For visitors of this year’s Hidden City Festival, Hawthorne Hall is undeniably one of the most outstanding sites. Thanks to the pairing of a curious building with a curious group of artists, the building at 3849 Lancaster Avenue has transformed from a long-abandoned performance hall into a visually and sensually engaging experience. In exposing the beauty and potential lying dormant behind the brick façade, Rabid Hands Arts Collective’s installation provides a creative step in the right direction for a building and community poised for change.
The People’s Emergency Center (PEC), located a block away at 325 North 39th Street, has been hard at work planning the revitalization project that will encompass Lancaster Avenue from 37th Street to 47th Street, and the larger neighborhood from Mantua Avenue to Market Street. Their work, made possible by the Wells Fargo Regional Foundation, uses an extensive analysis of the area to suggest improvements to the quality of life, done through various community engagements like the Make Your Mark series. As it happens, Hawthorne Hall is targeted as a community asset and many believe its reuse may be the key to regenerating life along the historic corridor connecting city and suburb.
Along with PEC, several other Philadelphia organizations have taken an interest in the revival of this historically active portion of Lancaster Avenue. Two weeks ago, Drexel University’s undergraduate architecture students had their final studio review, in which six groups presented a year’s worth of master planning ideas for the same portion of the avenue. The work was reviewed by panel members including Bob Francis of Drexel University’s facility planning department, James Wright of PEC, and Bill McDowell of the Barnes Foundation. The panelists offered insights about Lancaster Avenue’s significance as a thoroughfare, and asserted that commercial corridors which have experienced this type of decline in the past have been able to make a comeback. They also reviewed the master planning ideas presented and discussed strategies for bringing about this type of revival.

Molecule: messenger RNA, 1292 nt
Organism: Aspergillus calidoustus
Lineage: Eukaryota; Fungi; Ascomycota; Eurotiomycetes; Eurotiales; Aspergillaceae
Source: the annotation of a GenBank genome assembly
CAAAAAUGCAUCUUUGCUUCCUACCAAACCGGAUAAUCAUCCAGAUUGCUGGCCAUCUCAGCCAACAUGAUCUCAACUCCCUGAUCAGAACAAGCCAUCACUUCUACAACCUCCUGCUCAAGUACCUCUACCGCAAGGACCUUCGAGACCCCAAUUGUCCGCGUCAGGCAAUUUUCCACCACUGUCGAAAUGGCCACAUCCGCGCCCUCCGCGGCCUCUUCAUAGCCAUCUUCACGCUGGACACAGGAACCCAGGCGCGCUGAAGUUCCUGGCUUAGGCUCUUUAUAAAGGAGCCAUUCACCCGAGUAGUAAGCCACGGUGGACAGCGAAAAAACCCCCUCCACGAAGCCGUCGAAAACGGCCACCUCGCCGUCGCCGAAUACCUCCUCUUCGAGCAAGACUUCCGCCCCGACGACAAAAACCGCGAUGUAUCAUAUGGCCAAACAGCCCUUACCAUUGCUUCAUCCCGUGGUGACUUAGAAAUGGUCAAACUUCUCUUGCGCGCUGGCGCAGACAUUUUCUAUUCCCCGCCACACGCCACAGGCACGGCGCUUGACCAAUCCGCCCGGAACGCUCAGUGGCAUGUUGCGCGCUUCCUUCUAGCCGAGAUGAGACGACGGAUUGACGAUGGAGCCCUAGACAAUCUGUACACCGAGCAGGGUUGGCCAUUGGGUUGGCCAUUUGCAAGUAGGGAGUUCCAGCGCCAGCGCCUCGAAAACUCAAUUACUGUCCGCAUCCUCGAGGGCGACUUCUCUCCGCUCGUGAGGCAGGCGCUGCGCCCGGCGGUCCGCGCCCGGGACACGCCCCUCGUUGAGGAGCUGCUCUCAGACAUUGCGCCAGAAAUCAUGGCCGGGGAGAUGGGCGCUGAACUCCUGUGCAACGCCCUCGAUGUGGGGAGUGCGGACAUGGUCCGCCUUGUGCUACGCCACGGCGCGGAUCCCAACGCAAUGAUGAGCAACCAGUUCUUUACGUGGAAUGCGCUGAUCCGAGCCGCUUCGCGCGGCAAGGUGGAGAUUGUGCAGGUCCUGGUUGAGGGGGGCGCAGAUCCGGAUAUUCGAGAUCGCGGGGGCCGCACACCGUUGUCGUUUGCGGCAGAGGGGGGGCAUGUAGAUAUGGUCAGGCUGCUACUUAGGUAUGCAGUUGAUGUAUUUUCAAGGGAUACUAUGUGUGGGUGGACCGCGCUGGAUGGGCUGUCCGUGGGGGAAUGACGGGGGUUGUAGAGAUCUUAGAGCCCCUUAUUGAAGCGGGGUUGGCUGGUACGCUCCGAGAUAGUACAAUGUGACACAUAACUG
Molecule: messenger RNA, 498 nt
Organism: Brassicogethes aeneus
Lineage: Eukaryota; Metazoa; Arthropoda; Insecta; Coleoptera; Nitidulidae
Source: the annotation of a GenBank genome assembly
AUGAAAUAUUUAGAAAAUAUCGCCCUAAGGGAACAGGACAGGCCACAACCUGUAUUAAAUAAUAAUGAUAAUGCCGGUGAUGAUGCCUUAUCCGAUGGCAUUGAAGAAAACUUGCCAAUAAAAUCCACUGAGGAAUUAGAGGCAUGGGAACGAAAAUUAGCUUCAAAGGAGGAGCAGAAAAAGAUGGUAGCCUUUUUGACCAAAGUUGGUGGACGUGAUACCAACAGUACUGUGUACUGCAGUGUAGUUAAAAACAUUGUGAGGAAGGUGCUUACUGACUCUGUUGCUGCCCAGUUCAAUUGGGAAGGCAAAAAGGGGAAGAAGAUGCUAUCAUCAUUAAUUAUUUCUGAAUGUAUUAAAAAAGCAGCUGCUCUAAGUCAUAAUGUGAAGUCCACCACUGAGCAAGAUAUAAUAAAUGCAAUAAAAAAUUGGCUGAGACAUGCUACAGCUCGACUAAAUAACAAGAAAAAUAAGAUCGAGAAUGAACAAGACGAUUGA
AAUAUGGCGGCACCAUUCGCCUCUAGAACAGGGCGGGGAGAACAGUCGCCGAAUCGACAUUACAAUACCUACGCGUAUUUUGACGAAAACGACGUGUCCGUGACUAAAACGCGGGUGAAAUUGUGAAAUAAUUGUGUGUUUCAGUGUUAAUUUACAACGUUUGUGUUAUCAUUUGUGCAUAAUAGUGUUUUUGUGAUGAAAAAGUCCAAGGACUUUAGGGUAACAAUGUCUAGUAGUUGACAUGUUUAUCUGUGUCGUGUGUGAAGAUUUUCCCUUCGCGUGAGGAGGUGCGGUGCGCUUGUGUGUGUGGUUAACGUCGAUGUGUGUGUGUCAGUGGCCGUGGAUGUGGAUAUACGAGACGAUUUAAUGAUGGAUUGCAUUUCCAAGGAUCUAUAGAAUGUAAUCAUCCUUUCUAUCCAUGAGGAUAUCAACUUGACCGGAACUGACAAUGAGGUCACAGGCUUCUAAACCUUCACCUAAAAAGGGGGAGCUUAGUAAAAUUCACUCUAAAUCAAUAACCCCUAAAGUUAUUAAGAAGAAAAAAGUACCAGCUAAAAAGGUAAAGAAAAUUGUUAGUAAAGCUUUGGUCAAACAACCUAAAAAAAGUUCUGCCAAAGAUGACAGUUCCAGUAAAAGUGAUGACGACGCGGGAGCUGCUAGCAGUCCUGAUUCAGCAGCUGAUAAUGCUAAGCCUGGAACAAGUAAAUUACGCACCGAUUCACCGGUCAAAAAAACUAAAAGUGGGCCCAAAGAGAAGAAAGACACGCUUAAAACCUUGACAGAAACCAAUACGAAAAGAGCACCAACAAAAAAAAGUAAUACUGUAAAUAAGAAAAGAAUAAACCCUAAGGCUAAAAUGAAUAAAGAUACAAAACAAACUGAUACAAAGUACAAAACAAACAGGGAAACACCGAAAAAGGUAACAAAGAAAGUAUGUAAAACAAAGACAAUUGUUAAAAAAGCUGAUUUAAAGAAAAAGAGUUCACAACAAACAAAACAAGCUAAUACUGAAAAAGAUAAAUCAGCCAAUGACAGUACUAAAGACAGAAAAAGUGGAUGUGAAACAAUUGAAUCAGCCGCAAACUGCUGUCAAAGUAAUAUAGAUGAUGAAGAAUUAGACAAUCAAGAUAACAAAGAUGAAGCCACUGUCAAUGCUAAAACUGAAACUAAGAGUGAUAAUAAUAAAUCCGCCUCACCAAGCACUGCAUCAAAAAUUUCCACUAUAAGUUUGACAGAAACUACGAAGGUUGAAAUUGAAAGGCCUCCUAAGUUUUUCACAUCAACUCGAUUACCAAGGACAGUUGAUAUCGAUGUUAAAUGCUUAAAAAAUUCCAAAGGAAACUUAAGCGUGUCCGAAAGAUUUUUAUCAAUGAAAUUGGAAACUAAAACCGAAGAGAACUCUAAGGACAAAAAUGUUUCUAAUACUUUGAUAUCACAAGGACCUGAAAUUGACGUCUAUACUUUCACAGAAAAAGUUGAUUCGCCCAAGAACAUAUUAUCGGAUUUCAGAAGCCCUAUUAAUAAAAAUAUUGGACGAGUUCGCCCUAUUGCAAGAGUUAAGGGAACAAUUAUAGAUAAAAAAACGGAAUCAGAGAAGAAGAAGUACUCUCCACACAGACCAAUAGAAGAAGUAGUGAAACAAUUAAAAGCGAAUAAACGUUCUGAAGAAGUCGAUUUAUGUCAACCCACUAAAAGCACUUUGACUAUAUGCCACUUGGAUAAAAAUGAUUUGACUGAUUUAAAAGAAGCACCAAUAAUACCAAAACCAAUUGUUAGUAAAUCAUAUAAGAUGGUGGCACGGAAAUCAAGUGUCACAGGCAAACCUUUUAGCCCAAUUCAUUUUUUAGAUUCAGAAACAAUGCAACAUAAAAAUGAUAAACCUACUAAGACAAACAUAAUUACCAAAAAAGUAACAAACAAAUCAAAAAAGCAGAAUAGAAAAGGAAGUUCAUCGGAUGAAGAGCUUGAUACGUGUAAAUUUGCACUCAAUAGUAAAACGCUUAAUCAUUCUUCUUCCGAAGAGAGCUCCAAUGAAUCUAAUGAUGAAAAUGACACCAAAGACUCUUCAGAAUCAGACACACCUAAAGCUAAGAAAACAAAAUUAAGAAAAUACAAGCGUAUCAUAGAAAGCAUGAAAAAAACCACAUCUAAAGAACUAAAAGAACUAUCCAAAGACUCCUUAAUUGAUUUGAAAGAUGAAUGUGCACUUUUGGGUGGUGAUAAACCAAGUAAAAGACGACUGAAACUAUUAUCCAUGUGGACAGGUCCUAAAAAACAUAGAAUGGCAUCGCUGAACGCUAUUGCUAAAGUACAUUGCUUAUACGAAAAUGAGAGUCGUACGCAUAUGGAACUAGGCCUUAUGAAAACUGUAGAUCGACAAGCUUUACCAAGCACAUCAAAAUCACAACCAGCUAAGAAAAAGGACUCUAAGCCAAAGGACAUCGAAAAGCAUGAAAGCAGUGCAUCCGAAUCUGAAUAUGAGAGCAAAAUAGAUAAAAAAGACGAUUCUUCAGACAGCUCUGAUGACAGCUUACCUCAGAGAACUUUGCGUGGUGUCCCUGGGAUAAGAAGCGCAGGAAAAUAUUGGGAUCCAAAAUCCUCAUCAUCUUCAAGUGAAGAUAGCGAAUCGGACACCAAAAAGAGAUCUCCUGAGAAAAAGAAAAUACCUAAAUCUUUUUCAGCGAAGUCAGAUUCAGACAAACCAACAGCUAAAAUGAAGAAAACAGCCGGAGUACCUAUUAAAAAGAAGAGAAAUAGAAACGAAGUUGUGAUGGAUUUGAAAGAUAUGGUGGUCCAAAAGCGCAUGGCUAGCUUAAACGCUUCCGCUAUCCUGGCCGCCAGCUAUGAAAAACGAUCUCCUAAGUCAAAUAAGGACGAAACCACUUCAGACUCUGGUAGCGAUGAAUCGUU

In every proposal presented during the Drexel reviews, Hawthorne Hall was recognized as a goal for preservation and reuse. Over the course of the Festival, the site has seen a great deal of foot traffic from locals in shock that the building is active again, if only temporary, after being shuttered so long. They often make comments about walking past its unique façade for decades, never knowing what was inside. But the more pressing question on the minds of many is: what happens to the building after the festival and the Society of Pythagoras is no more? Will it go back to its state of disuse or is this the beginning of something new?
Fortunately, PEC has recognized Hawthorne Hall as a central figure in the revitalization of Lancaster Avenue and has already taken important steps towards its rehabilitation. In the past couple of years, PEC has purchased the two curving portions of the long row, one of them Hawthorne Hall itself. Last month, PEC received a $750,000 grant from Wells Fargo to continue planning, specifically including Hawthorne Hall. Currently, the idea is to preserve the existing stage and hall on the second floor of the building for a unique performance space, with a restaurant on the first floor. (This is not unlike Johnny Brenda’s model in Fishtown.) A second idea utilizes the second level for artist installation space, showcasing local talent and fostering a creative identity for the neighborhood. Whichever the direction, PEC is working hard to ensure that Hawthorne Hall will be in the hands of someone working toward reviving Lancaster Avenue and drawing people to the neighborhood from other parts of the city and region.
As somewhere already earmarked for rebirth, it’s hard to tell the Hidden City Festival’s impact on Hawthorne Hall. Kira Strong, Vice President of Community and Economic Development at PEC, remarks of the Festival, “it has been a great marketing tool to attract potential tenants.” Although no one has approached PEC yet about renting out the space, Strong is certain that the building has been activated in just the right way, bringing the kind of creativity and life that she hopes to see upon its rehabilitation.
But the most significant impact of the Festival may ultimately be that of resident morale. Many neighborhoods go through planning processes and hope for change, but few come through the way PEC plans to. “The key to gaining the trust of community members,” Strong says, “is to make certain things happen quickly, while planning for the bigger pieces of the project.” By setting achievable, short term goals that have an immediate impact, residents can recognize that the planning is not just for show. For example, streetscape improvements including sixteen street trees and eight mosaic tree pits have already been installed Hawthorne Hall’s vicinity. Funding for façade improvements on Lancaster Avenue has also been secured.
Seeing Hawthorne Hall as a mystical funhouse for five weeks—with another weekend to go—provides a big ray of hope for who believe in the future of Lancaster Avenue.
To view Peter Woodall’s gallery of the Society of Pythagoras installation by Rabid Hands Arts Collective, click any of the photos below.
To view Brad Maule’s gallery of the Society of Pythagoras installation by Rabid Hands Arts Collective, click any of the photos below.